WARF is seeking commercial partners to help develop a new method for extending the storage life of various meat products. 

This method’s inventor, Mark Richards, is a professor in UW-Madison’s Department of Animal and Dairy Sciences. The Wisconsin Alumni Research Foundation is touting his work as a top licensing prospect and a “natural” alternative to synthetic preservatives. 

Richards has created a method for preserving fish, poultry, pork and beef using “very low amounts” of an enzyme called phospholipase A2 combined with rosemary extract. 

According to WARF’s fact sheet on the invention, this combination performed better than synthetic antioxidants in a color stability trial using samples of treated ground turkey and sausage. 

“Moreover, treated meat samples have been shown to remain palatable for up to 10 days longer than conventional products under refrigerated conditions,” WARF wrote in its overview. 

Along with the various meat products identified by WARF, this combination can also be used to preserve vegetarian meat analogs containing certain proteins, the fact sheet shows. Even at relatively low concentrations, it can slow a process called lipid oxidation that leads to discoloration and unpleasant smell in stored meats.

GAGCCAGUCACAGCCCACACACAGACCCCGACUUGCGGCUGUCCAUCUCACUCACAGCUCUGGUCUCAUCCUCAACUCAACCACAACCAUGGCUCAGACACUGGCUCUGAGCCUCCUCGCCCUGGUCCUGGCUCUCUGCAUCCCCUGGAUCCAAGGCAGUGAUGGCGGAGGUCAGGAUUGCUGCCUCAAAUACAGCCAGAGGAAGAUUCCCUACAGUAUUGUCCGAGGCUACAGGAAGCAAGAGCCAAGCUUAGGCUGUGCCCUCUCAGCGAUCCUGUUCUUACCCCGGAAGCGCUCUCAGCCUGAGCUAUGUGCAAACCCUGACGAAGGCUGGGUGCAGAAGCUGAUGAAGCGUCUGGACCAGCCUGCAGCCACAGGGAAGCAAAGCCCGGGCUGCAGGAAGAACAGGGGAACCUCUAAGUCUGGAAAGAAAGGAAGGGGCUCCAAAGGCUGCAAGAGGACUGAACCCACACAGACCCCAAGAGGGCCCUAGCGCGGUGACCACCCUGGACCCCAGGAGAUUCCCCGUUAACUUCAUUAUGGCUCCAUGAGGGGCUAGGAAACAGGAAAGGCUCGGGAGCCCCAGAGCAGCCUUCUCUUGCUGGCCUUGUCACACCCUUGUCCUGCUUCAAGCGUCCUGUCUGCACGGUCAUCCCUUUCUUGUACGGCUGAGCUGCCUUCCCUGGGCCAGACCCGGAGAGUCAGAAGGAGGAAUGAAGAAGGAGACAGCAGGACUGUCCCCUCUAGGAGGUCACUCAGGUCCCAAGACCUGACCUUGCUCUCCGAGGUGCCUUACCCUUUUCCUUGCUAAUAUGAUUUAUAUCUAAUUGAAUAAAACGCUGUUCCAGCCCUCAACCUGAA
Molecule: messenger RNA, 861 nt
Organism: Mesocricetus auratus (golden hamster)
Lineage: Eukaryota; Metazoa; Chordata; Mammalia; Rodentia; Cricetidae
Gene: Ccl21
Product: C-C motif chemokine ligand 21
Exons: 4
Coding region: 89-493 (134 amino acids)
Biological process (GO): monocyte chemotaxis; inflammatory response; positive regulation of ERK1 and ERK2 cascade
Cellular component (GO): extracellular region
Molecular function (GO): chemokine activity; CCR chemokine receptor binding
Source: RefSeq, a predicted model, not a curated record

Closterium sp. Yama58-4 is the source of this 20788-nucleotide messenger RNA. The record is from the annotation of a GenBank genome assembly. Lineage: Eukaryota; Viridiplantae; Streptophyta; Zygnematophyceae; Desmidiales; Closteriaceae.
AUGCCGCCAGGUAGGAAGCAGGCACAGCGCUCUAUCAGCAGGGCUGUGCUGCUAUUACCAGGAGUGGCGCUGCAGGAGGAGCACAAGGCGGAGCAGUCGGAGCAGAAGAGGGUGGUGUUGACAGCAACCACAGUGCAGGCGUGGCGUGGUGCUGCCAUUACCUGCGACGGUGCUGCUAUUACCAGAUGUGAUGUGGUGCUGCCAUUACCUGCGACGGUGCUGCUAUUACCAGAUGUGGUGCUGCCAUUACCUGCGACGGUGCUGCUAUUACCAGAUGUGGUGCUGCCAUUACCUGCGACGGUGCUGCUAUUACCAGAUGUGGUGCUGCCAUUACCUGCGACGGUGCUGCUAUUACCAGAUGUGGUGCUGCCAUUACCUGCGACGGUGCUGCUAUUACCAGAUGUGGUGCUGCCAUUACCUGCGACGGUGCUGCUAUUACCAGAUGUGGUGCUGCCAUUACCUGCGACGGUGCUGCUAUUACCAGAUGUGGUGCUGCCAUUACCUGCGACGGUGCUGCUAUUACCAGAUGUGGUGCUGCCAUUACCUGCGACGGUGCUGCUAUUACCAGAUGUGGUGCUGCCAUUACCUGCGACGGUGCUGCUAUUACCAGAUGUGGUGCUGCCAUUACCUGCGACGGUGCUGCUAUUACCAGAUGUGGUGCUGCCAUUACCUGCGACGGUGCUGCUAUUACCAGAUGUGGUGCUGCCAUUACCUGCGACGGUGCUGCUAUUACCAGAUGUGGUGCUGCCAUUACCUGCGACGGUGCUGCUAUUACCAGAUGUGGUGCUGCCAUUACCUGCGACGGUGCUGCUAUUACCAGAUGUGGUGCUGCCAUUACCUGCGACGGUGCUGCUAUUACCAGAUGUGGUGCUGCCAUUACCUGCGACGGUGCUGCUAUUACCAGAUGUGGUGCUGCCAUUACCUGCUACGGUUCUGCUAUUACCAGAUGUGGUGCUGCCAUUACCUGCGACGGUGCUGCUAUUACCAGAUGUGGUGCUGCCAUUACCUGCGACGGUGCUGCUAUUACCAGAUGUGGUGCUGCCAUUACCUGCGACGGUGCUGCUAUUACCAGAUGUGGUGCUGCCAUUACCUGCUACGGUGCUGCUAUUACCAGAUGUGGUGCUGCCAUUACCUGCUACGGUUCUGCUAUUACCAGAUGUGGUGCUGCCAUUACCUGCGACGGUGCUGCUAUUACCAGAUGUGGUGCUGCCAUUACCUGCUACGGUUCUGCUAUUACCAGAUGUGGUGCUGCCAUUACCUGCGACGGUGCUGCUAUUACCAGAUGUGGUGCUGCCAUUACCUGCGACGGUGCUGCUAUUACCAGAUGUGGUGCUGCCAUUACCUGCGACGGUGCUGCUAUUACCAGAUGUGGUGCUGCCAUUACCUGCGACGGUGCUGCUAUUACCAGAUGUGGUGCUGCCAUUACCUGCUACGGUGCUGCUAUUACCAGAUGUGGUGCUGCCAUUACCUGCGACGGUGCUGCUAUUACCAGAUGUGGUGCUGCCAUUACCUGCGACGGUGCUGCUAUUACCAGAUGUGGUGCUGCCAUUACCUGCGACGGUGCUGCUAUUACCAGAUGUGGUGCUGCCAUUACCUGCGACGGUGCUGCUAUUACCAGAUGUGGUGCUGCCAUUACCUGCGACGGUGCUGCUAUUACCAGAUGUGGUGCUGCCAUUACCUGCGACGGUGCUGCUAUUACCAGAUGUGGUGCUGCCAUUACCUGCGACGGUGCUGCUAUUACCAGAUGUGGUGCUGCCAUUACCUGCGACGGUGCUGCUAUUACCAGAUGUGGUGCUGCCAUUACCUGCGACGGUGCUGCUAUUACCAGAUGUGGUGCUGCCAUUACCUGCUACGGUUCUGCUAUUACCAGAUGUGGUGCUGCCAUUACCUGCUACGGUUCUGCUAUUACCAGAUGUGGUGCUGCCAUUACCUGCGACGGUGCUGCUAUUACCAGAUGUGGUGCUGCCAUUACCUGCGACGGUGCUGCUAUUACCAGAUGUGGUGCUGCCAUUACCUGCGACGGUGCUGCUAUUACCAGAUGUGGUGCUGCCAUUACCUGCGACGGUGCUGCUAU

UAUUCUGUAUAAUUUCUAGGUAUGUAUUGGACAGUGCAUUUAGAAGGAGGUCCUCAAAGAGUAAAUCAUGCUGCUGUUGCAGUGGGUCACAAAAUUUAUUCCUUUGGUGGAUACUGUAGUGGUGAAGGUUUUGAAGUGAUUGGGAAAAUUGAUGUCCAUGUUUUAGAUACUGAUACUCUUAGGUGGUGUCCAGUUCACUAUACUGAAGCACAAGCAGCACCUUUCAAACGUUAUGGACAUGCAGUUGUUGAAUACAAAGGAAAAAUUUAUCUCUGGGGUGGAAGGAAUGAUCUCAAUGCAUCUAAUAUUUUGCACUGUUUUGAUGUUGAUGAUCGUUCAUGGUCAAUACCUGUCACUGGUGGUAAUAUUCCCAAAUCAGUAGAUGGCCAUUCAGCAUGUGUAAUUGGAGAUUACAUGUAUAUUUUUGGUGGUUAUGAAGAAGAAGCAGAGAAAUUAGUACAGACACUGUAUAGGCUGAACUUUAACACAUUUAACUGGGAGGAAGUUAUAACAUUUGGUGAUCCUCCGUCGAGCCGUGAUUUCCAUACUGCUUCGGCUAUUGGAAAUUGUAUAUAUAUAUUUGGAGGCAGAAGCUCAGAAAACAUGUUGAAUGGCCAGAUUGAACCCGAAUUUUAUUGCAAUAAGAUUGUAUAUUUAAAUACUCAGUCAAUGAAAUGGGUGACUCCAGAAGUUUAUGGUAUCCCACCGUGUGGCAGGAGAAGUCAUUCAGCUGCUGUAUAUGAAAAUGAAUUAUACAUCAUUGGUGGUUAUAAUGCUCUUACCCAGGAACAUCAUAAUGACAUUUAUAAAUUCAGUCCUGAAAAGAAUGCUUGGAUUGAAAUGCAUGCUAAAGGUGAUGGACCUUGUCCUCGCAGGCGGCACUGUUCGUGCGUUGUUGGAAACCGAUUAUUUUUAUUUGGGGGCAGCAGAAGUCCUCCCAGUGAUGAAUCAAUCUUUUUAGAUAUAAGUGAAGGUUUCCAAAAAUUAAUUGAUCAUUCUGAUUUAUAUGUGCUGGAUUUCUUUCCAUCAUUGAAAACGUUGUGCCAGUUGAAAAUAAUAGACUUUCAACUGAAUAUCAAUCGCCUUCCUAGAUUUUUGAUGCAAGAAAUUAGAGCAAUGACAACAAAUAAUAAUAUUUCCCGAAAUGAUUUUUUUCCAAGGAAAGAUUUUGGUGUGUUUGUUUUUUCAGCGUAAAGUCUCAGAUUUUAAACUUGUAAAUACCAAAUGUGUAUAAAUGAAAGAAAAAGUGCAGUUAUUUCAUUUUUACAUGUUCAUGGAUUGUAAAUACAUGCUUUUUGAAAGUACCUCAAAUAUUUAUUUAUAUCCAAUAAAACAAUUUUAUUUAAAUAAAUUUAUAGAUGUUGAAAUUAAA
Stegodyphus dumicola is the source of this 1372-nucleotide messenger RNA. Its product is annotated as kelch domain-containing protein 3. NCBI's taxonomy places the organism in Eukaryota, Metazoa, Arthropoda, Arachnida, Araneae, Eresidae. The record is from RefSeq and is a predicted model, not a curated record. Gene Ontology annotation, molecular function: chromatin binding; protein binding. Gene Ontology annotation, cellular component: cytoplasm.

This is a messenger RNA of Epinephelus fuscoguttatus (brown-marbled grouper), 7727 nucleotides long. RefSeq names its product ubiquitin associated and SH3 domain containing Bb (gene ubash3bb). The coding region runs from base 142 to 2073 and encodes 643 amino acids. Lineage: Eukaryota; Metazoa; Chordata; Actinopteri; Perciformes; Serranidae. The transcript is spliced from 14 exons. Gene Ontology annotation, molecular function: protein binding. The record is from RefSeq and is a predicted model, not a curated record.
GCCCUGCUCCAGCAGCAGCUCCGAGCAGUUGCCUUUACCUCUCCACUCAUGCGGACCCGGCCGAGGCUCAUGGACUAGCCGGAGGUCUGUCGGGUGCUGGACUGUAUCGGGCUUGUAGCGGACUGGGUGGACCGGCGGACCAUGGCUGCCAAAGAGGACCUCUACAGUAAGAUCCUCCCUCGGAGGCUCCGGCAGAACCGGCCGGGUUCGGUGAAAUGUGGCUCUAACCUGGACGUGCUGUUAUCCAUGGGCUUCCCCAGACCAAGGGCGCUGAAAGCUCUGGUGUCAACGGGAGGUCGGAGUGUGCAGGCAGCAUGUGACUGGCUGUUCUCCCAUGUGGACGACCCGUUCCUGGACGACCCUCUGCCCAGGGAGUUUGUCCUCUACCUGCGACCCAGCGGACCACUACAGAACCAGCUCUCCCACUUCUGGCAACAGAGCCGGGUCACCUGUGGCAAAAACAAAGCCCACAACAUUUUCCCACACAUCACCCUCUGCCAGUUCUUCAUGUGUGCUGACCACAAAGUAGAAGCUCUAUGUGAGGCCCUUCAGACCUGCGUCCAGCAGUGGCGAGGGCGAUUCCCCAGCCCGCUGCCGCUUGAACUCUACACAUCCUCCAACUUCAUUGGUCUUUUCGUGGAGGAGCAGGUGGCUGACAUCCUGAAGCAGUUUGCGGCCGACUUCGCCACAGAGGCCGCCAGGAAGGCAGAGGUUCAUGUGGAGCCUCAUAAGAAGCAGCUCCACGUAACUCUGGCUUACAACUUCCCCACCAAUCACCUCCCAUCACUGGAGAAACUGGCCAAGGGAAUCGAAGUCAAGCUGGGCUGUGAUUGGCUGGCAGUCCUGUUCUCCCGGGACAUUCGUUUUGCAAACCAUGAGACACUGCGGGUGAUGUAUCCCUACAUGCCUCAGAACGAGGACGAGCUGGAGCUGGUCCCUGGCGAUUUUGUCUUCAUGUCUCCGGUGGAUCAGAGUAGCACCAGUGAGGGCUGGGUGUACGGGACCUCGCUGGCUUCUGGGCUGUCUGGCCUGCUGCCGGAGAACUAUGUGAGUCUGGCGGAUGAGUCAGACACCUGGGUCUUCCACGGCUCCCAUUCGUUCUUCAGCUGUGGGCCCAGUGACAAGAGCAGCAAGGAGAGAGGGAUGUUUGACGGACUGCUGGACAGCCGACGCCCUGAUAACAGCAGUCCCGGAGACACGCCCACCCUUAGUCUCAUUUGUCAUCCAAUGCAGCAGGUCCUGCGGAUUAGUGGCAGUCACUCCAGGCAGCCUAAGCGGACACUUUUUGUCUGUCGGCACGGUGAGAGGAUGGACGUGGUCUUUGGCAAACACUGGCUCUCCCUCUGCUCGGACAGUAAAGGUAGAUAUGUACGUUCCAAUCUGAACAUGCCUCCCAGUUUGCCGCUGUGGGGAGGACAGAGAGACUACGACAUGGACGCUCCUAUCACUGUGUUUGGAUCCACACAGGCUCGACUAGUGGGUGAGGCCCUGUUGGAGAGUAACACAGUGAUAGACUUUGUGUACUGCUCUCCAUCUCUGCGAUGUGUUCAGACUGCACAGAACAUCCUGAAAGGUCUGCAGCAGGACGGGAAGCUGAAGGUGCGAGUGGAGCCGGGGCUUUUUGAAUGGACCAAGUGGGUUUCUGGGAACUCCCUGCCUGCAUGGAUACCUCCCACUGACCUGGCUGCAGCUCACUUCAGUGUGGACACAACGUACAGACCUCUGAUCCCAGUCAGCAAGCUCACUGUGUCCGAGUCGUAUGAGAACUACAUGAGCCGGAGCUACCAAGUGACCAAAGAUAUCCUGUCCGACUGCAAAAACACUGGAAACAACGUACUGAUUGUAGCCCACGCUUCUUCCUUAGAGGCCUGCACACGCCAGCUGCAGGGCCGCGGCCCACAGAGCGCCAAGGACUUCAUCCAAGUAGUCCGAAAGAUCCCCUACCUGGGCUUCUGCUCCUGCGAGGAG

Plus, the invention has applications in pet food production and rendering industries, WARF says. 

“While the researchers hoped for comparable results as compared to the synthetic system, they actually saw an improvement,” WARF said. “This, coupled with consumer preference for natural antioxidants, make this natural system an advantageous commercial option.” 

See more details: https://www.warf.org/technologies/summary/P160260WO01/ 

See a recent related study from Richards: https://www.sciencedirect.com/science/article/abs/pii/S030917402200359X 

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